Can't believe how quickly time has passed. It really is such a strange concept; time, how quickly yet slowly it seems to pass, how it controls so strongly yet so silently. It truly is such a forgotten element, it is so easy to get so wrapped up into your own life and forget the force that is controlling it.
I need to slow down, stop looking forward and daydreaming about the future. Why is it so hard to enjoy the present? Maybe because it is hard to appreciate the things right in front of you. However, I know I have been grateful for what I have. My host family, friends, and the beautiful mountain of Imababura that I have the pleasure of waking up to. My family has truly opened their hearts to me, and mine to them. I never feel like an outsider, I am greeted, treated, and laughed at like family.
I want to take these values back home with me. To help without thinking what you will get in return, to love regardless of heritage, and to live without worrying about the stresses of tomorrow. In regards to language, sometimes I feel like I am retaining nothing, but then the next night I have a dream in Spanish and a conversation without thinking. I suppose the language will come in time. After all it will be so rewarding to have a deep conversation after months of struggling rather than coming here fluent.
The kids here are so nice! In my school cliques don't exist, everyone is just friends with everyone. Even though the schools don't have libraries with Mac computers, or even a library for that matter, I believe the kids are learning so much more then in the US. Not in aspects of math or science, but in ideals of how to be a compassionate person with empathy.
In the midst of the corporate world we get caught up in who has the highest SAT score, and not in who has the biggest heart. Being here I have learned to appreciate the opportunities we have in the US. Last night I watched a man create a makeshift bed out of only leaves and twiggs in the sewer. Everyday I see indigenous people work 16 hours a day in the fields to support their already falling shacks.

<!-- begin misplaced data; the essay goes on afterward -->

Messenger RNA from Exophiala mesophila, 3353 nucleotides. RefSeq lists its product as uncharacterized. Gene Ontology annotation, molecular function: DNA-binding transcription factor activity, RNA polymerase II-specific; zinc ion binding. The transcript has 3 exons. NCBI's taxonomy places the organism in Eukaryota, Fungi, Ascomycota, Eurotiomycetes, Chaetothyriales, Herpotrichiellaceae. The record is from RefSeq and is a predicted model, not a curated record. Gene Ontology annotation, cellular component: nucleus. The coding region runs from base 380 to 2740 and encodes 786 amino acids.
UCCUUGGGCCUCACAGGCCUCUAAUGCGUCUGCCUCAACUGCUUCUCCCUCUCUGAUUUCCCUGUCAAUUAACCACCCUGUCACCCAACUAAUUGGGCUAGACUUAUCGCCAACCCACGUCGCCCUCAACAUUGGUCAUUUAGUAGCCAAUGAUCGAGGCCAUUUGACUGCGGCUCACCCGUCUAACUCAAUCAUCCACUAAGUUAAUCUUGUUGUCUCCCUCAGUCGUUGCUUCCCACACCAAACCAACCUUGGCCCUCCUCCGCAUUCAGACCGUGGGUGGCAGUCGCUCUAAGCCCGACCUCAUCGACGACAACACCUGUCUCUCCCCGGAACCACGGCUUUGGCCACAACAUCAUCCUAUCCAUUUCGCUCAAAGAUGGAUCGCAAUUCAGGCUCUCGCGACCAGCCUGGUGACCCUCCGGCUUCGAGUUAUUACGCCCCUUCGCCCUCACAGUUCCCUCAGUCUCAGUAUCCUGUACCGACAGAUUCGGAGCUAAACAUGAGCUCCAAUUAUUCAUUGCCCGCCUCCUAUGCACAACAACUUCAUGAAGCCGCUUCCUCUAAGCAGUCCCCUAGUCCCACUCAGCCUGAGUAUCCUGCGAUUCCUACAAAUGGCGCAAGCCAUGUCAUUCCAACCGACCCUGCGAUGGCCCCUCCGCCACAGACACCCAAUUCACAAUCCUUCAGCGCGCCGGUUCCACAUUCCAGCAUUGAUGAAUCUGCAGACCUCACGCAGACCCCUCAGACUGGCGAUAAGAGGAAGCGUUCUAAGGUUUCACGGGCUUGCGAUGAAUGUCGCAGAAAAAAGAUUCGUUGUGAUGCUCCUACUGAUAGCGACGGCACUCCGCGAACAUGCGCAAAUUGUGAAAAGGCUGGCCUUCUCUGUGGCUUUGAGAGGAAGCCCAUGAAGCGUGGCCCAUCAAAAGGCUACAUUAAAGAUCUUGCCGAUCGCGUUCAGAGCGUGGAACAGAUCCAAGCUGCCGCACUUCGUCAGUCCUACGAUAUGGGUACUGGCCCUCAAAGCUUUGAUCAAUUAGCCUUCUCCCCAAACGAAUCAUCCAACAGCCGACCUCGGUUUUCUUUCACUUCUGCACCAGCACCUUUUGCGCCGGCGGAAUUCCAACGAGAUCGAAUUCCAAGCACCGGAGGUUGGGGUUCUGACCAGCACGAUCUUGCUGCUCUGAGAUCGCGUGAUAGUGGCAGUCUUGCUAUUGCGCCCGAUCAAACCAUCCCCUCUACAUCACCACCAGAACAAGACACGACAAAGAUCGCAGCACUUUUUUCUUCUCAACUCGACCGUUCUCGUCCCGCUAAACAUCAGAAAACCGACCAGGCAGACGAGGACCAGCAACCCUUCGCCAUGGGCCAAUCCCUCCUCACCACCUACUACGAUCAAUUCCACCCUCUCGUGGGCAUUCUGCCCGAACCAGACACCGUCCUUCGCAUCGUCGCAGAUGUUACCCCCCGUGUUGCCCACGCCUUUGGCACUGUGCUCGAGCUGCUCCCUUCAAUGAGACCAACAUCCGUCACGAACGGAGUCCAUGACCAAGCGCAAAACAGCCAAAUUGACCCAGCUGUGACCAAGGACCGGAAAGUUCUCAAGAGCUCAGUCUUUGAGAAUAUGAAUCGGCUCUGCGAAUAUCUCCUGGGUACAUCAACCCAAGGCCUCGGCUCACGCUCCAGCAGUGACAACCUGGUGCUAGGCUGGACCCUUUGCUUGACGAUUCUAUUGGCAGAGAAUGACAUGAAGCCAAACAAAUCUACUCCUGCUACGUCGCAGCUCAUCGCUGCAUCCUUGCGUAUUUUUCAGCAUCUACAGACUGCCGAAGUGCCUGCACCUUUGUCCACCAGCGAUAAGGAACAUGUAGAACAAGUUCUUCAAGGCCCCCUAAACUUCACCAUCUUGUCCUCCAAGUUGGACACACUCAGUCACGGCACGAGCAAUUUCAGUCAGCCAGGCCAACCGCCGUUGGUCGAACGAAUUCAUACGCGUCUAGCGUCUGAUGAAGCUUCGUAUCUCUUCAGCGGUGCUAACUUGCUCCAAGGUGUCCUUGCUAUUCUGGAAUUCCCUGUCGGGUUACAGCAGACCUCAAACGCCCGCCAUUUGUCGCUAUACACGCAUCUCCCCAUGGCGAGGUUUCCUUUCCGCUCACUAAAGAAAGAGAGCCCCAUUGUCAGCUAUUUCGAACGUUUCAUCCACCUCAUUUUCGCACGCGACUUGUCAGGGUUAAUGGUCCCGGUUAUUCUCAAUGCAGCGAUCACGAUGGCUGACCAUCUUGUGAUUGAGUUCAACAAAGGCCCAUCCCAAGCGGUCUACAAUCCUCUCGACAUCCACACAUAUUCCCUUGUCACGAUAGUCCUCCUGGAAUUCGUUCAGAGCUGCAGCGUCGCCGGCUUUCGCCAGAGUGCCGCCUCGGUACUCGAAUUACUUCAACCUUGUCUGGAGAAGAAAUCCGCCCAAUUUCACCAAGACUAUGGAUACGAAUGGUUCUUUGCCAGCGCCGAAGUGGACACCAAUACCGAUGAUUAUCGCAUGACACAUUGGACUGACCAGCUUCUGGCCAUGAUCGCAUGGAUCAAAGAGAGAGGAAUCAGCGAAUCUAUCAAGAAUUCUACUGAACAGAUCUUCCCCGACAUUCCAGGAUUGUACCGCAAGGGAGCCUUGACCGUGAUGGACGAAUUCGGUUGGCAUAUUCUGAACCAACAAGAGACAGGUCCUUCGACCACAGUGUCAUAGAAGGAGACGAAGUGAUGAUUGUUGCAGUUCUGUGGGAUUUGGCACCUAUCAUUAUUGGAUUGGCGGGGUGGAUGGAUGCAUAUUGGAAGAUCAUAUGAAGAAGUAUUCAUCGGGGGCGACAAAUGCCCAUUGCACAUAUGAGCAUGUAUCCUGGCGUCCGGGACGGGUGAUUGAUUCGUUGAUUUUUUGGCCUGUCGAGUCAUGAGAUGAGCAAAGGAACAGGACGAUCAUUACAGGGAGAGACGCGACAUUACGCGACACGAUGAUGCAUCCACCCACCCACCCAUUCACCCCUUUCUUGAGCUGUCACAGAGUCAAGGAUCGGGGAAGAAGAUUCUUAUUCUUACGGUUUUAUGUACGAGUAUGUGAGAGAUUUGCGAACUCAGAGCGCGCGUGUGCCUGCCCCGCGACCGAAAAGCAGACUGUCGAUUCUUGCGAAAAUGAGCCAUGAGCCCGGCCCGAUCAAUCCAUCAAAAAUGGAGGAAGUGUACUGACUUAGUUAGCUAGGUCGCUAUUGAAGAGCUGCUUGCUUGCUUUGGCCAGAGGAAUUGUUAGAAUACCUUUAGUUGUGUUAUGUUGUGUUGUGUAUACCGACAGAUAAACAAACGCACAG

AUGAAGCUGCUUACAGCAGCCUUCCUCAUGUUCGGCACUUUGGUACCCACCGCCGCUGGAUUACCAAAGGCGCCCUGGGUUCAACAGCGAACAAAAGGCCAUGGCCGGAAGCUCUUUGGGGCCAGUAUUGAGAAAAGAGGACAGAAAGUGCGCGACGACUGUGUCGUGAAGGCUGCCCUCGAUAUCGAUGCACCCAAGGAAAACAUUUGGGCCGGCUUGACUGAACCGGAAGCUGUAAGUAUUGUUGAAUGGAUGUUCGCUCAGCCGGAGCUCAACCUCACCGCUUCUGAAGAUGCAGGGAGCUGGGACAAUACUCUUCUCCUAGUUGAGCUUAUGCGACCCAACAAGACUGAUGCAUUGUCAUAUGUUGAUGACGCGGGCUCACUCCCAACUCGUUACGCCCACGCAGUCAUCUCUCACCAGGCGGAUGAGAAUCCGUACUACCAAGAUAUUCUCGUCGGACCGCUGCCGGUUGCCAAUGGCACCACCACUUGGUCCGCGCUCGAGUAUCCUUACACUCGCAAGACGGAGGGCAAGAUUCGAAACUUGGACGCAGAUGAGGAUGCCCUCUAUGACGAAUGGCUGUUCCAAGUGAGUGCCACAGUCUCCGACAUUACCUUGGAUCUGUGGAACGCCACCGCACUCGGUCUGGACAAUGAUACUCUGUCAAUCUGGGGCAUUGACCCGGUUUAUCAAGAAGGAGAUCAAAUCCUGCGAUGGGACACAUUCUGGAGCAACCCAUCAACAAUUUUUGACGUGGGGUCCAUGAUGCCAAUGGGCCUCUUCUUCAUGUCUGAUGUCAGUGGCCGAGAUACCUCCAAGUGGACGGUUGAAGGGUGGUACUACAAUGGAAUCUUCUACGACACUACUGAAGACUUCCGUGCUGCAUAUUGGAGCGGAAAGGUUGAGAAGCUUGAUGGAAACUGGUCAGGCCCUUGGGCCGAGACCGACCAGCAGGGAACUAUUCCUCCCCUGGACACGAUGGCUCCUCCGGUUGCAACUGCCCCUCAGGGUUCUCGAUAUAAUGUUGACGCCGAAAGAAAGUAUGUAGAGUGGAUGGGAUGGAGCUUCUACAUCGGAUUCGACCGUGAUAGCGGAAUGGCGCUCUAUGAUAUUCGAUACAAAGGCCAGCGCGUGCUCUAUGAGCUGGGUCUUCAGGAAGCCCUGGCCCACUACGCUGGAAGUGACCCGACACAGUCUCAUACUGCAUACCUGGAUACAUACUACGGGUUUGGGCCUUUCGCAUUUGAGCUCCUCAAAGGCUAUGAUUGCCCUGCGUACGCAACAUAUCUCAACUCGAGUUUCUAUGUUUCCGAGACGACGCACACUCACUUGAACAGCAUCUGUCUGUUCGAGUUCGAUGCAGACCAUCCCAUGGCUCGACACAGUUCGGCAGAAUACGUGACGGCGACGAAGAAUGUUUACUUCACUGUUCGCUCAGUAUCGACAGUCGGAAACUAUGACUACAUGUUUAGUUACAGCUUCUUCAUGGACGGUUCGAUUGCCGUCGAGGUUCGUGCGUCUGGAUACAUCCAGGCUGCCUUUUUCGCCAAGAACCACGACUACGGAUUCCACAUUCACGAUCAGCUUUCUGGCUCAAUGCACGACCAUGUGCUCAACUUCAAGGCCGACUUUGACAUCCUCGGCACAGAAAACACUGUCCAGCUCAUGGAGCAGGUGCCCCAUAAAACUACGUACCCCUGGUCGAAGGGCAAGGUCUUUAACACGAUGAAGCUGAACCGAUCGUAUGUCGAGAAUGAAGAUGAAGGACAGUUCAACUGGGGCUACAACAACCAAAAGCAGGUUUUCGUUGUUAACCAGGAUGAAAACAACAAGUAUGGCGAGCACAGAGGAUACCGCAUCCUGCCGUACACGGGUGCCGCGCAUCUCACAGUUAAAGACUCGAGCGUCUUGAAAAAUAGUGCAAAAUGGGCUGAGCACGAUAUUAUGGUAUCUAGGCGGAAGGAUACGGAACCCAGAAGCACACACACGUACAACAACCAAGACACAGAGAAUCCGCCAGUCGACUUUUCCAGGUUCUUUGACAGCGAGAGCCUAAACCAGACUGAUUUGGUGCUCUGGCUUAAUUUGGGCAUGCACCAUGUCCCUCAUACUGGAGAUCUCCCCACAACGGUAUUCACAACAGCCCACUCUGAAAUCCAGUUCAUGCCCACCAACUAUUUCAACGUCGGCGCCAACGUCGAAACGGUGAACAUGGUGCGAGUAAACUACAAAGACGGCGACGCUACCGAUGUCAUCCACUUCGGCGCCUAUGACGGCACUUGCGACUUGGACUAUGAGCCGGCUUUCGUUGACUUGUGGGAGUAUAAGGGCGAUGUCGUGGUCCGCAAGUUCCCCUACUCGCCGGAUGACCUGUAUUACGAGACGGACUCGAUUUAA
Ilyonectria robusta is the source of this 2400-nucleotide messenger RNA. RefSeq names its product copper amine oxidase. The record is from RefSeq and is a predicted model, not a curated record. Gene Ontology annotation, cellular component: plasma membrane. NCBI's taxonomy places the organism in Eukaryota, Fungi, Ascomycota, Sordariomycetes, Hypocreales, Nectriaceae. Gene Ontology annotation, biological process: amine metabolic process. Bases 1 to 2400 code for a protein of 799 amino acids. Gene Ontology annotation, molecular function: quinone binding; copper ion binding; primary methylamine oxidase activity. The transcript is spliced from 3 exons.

I feel blessed that I was born in a place where education is free and I don't have to fight for a meal everyday. I found myself caring less about material things, and more about the people that make them. How many hours does that woman work in the sweat shop? Does she have children? And how bad does her back hurt? People here appreciate things that aren't even theirs. The mountains, trees, flowers and fresh air we breathe.
I look up at the sky and see sun rays peeking through the clouds, illuminating the reflection of flowers in the lake while birds pass over to nest in the nearby mountain. Or I walk to the edge of a cliff and see waves crash upon one another as the ocean breeze gently guides them to the coast and enters my lungs, exhaling into the stems of plants that provide life for the cycle to repeat. With this I remember that we are all connected.
Here, I believe in love. Every time I share a smile with a stranger, or enjoy a breath of fresh air, I know that humanity is pure. Maybe some people are too afraid to show it, maybe something happens and love is buried so deep that it is almost impossible to find it, but we all are connected. Being 2000 miles away and seeing mothers love their children with the same kisses they do in the US, or seeing a man help a stranger, I am sure that things aren't so different. In language the words may be different, but the message is universal. For a difference in culture is by all means a difference in the way of life, but life is universal and essential regardless of culture.